- The Regulations track the ADAAA and expressly state that impairments that are episodic or in remission are covered disabilities if the impairment would be substantially limiting when present or active. (Q&A #11.)
- The Regulations depart from the approach of the proposed regulations which had listed what essentially amounted to a per se or categorical list of impairments that would qualify as disabilities. The new approach is to give examples of specific impairments that generally “should easily be concluded to be disabilities” (e.g., deafness, blindness, intellectual disability, partially or completely missing limbs, mobility impairments requiring use of a wheel chair, cancer, bipolar disorder, post traumatic stress disorder, etc.). This change may not alter the likely EEOC position where the impairment was on the proposed categorical list. (Q&A #19.)
- The Regulations again depart from the proposed regulations in providing that the “condition, manner, or duration” under which a MLA can be performed may be considered in determining whether an impairment is a disability. The EEOC opines, however, that it should not be necessary to use these concepts as to many impairments that “should easily be concluded to be disabilities.” (Q&A #20.)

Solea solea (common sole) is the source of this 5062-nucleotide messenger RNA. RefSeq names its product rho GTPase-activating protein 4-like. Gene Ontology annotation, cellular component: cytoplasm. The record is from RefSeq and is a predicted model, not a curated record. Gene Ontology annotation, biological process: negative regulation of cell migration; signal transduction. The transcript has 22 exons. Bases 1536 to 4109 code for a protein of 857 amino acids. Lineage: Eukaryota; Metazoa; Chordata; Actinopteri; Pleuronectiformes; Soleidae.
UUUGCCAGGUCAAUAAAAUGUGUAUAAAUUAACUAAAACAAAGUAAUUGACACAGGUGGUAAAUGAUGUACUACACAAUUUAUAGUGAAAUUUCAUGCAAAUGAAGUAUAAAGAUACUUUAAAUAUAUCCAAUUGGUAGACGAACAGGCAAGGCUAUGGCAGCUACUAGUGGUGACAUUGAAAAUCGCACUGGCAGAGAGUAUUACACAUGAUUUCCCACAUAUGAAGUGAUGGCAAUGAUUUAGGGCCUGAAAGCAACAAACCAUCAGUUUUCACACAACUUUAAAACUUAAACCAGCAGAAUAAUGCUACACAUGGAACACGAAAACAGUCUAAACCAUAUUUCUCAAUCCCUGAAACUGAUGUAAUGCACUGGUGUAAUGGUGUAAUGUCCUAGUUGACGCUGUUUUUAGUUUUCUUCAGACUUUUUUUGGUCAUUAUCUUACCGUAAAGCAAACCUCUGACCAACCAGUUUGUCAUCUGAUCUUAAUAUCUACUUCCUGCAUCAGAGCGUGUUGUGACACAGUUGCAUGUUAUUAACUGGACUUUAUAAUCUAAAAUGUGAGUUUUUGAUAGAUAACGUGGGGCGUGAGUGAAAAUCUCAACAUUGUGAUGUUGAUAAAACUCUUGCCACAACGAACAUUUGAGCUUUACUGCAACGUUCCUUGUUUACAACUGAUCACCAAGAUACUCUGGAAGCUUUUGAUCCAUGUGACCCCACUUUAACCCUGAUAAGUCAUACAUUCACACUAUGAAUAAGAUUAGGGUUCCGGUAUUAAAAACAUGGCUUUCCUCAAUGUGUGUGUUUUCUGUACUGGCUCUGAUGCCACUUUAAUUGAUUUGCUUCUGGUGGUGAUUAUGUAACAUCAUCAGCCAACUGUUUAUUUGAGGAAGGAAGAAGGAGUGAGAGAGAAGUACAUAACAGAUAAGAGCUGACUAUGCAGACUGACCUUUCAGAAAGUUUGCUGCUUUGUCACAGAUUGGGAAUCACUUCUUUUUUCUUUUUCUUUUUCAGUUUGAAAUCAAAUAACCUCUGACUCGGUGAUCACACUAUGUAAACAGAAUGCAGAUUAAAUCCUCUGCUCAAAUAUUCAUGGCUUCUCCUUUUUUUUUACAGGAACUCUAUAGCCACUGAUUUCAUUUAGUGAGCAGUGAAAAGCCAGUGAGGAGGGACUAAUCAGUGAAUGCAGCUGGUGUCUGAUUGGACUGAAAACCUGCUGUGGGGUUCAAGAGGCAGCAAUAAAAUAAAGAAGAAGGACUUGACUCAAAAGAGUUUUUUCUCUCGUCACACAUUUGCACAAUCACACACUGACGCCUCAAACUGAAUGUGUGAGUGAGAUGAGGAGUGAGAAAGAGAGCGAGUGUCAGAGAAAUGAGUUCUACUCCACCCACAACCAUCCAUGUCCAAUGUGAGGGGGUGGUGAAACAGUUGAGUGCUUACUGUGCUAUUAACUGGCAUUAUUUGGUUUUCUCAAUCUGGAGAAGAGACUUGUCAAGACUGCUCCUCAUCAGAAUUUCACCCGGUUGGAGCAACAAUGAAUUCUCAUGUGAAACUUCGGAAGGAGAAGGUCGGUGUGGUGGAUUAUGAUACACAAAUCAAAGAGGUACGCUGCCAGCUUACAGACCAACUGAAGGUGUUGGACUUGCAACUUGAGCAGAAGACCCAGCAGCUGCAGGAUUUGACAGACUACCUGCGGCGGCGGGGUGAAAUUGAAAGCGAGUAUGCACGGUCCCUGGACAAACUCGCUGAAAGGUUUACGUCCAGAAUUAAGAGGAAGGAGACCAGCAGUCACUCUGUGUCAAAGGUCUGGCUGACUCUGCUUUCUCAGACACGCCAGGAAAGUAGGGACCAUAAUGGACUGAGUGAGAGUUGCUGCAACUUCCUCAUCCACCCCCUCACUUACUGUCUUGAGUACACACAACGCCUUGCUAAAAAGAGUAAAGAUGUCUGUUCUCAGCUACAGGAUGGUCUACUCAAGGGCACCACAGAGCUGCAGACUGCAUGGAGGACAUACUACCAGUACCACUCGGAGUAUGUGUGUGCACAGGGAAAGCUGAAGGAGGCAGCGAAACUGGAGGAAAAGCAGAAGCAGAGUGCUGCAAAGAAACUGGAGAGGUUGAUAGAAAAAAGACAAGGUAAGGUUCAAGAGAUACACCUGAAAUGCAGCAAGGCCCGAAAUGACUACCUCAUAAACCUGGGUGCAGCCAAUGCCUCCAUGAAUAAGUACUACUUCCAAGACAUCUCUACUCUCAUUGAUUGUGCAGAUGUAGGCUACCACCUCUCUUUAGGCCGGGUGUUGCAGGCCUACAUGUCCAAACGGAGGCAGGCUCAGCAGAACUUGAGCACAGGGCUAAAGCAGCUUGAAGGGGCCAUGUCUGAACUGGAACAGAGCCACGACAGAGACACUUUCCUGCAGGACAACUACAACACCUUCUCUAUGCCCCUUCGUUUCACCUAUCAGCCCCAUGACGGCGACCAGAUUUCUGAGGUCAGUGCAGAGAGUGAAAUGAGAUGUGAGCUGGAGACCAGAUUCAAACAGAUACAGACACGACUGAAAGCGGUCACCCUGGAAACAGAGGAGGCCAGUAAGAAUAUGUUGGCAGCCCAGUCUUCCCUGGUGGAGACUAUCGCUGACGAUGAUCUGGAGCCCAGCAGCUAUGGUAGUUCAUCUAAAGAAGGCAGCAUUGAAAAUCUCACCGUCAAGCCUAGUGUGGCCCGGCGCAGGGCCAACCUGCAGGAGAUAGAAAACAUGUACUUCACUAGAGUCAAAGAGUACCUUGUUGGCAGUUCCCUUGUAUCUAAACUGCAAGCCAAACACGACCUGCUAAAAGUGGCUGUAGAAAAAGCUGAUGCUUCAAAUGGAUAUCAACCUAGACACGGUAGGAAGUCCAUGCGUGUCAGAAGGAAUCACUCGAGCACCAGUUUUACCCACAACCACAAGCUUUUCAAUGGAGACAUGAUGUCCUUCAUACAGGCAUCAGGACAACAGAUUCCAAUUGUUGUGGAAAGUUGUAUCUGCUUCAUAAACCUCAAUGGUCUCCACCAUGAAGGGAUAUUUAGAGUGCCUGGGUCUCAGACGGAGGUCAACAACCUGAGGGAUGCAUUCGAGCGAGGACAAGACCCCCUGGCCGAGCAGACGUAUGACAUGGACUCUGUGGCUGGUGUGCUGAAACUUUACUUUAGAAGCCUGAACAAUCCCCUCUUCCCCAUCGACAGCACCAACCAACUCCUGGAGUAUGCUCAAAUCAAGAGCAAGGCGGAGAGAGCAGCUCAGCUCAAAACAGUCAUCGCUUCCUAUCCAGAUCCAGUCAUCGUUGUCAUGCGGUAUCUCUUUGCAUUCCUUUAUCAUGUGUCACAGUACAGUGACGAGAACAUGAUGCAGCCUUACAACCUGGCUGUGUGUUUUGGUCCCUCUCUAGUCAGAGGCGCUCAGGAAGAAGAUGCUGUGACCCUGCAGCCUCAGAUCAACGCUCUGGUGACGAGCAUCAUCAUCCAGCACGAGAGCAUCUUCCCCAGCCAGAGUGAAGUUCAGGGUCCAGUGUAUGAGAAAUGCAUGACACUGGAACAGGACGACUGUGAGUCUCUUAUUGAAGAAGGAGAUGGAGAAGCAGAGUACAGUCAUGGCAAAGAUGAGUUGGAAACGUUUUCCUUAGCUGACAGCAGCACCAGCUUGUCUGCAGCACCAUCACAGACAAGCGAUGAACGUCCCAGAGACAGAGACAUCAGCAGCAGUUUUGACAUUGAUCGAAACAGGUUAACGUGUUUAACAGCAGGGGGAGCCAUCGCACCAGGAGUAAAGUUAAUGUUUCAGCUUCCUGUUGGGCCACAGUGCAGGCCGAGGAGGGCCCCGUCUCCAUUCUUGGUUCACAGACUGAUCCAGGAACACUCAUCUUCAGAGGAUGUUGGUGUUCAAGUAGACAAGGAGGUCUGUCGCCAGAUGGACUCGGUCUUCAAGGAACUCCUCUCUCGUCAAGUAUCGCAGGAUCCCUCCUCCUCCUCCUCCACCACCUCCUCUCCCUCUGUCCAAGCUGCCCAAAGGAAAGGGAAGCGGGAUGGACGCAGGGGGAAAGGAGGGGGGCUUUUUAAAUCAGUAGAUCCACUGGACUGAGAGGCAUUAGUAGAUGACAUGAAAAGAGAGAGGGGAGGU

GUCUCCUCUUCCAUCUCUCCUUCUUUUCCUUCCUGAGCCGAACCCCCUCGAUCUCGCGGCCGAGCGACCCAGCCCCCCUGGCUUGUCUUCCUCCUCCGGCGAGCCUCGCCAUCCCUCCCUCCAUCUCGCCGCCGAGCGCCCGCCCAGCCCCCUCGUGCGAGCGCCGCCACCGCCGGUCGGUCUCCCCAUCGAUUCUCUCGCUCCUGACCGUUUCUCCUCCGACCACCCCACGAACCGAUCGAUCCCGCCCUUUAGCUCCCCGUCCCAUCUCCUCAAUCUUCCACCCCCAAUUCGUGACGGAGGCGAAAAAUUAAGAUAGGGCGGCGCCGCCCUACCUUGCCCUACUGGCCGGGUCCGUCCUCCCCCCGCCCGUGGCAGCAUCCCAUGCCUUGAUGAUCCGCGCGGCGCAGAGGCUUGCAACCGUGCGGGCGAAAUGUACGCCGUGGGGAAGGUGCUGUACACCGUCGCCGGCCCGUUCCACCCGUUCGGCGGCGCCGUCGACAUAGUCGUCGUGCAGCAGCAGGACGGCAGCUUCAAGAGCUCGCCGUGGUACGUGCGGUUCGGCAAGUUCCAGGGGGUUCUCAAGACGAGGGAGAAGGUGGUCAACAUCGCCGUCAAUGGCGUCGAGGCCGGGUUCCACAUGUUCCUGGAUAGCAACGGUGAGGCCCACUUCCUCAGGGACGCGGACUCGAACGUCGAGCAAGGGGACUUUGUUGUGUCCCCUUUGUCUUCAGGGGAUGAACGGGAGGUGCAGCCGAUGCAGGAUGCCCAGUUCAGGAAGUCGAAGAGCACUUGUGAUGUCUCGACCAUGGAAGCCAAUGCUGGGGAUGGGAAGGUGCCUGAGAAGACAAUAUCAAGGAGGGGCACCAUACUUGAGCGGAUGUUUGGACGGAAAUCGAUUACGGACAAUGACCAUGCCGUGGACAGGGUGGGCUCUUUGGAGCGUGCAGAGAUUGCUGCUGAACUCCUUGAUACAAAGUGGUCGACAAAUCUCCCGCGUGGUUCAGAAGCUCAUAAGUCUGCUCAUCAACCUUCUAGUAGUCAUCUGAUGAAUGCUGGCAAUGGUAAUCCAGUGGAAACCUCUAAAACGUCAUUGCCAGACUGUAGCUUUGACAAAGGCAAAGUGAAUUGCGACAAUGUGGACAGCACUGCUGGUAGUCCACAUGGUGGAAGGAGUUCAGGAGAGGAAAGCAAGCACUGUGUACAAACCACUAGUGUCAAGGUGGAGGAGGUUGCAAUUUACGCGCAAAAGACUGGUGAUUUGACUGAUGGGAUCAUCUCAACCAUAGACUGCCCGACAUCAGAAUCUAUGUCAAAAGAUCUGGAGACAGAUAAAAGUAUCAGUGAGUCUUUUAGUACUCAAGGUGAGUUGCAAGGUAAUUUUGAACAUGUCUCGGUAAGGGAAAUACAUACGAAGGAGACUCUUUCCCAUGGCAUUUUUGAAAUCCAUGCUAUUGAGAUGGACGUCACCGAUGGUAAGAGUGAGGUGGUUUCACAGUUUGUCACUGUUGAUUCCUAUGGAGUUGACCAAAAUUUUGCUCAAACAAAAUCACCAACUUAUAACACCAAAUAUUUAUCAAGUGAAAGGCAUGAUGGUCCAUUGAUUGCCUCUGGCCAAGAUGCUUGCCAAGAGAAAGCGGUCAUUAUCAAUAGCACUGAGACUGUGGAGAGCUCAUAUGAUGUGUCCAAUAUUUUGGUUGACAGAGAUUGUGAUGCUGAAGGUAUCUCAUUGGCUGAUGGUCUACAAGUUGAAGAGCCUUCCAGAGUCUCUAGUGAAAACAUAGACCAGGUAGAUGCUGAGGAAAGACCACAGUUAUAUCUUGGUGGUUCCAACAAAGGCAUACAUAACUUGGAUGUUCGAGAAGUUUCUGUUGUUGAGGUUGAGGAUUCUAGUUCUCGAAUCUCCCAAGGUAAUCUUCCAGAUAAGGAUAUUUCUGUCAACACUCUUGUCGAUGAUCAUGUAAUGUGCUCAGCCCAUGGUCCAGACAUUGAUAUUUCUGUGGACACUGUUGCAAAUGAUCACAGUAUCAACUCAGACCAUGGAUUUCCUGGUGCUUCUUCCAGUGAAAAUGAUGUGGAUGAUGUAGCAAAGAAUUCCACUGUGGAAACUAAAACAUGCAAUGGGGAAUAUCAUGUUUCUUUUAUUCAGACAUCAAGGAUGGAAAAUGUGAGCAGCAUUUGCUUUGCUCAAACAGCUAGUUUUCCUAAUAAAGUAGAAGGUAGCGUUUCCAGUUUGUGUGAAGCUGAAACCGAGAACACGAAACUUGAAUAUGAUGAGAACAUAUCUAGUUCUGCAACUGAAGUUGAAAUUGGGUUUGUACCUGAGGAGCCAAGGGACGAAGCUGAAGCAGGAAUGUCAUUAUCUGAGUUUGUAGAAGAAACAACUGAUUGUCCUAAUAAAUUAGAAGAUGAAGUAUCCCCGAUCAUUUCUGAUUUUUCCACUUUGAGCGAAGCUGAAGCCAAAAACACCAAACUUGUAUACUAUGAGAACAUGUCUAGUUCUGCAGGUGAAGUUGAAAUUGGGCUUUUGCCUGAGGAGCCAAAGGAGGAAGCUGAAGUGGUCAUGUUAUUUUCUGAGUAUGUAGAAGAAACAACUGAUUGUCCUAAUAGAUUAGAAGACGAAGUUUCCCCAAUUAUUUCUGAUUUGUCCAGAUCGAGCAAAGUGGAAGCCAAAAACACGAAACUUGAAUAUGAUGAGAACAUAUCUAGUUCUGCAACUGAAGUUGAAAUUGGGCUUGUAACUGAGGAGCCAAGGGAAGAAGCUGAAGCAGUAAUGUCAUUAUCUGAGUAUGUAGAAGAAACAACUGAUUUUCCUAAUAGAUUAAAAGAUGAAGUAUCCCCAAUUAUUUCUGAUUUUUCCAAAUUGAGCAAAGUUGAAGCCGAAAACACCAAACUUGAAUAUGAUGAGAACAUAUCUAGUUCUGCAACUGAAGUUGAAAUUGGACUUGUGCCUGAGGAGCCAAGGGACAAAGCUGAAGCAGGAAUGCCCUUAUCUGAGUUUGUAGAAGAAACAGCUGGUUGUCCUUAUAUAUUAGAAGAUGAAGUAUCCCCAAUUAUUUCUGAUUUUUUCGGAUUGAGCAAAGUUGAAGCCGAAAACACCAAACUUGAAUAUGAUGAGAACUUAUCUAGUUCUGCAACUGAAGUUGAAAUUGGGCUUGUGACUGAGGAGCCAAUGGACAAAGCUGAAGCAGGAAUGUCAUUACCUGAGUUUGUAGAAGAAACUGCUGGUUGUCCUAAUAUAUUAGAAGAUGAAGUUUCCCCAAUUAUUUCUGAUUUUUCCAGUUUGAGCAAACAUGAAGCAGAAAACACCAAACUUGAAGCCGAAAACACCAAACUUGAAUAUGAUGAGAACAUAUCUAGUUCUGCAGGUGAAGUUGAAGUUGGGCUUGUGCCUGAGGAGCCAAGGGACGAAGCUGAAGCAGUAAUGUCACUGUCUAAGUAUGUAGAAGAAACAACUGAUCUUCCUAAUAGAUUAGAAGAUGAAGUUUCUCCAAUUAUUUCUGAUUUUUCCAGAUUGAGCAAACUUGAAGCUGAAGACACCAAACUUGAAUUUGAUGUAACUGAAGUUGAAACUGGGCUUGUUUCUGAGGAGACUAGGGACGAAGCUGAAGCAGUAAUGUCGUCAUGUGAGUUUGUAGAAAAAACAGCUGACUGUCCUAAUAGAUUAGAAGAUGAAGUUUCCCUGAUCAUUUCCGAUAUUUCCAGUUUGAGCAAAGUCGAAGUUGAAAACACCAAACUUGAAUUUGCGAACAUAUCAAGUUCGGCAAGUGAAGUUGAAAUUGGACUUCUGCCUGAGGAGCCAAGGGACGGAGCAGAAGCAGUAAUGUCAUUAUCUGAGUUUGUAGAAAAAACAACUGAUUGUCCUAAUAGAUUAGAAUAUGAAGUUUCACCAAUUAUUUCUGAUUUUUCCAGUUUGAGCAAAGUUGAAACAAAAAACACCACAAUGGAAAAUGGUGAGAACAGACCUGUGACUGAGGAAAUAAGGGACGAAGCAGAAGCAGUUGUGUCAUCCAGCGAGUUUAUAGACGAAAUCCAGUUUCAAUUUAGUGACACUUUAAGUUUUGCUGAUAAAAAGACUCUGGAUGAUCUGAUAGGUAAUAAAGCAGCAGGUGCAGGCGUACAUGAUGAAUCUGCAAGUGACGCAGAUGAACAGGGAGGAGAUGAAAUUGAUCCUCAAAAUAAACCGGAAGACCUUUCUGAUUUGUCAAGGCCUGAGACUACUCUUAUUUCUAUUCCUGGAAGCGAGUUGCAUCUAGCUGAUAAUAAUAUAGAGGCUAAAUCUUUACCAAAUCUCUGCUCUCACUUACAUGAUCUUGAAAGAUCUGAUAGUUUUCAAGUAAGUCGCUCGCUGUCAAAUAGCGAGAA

- The Regulations and the Appendix to the Regulations, unlike the proposed regulations, provide that the assessment of substantial limitation in the MLA of working will be made with reference to difficulty performing either a “class or broad range of jobs in various classes” rather than merely “a type of work.” In an important reference, the EEOC states that “demonstrating a substantial limitation in performing the unique aspects of a single, specific job is not sufficient to establish that a person is substantially limited in a major life activity of working.” (Q&A #21.) This is a positive change for employers.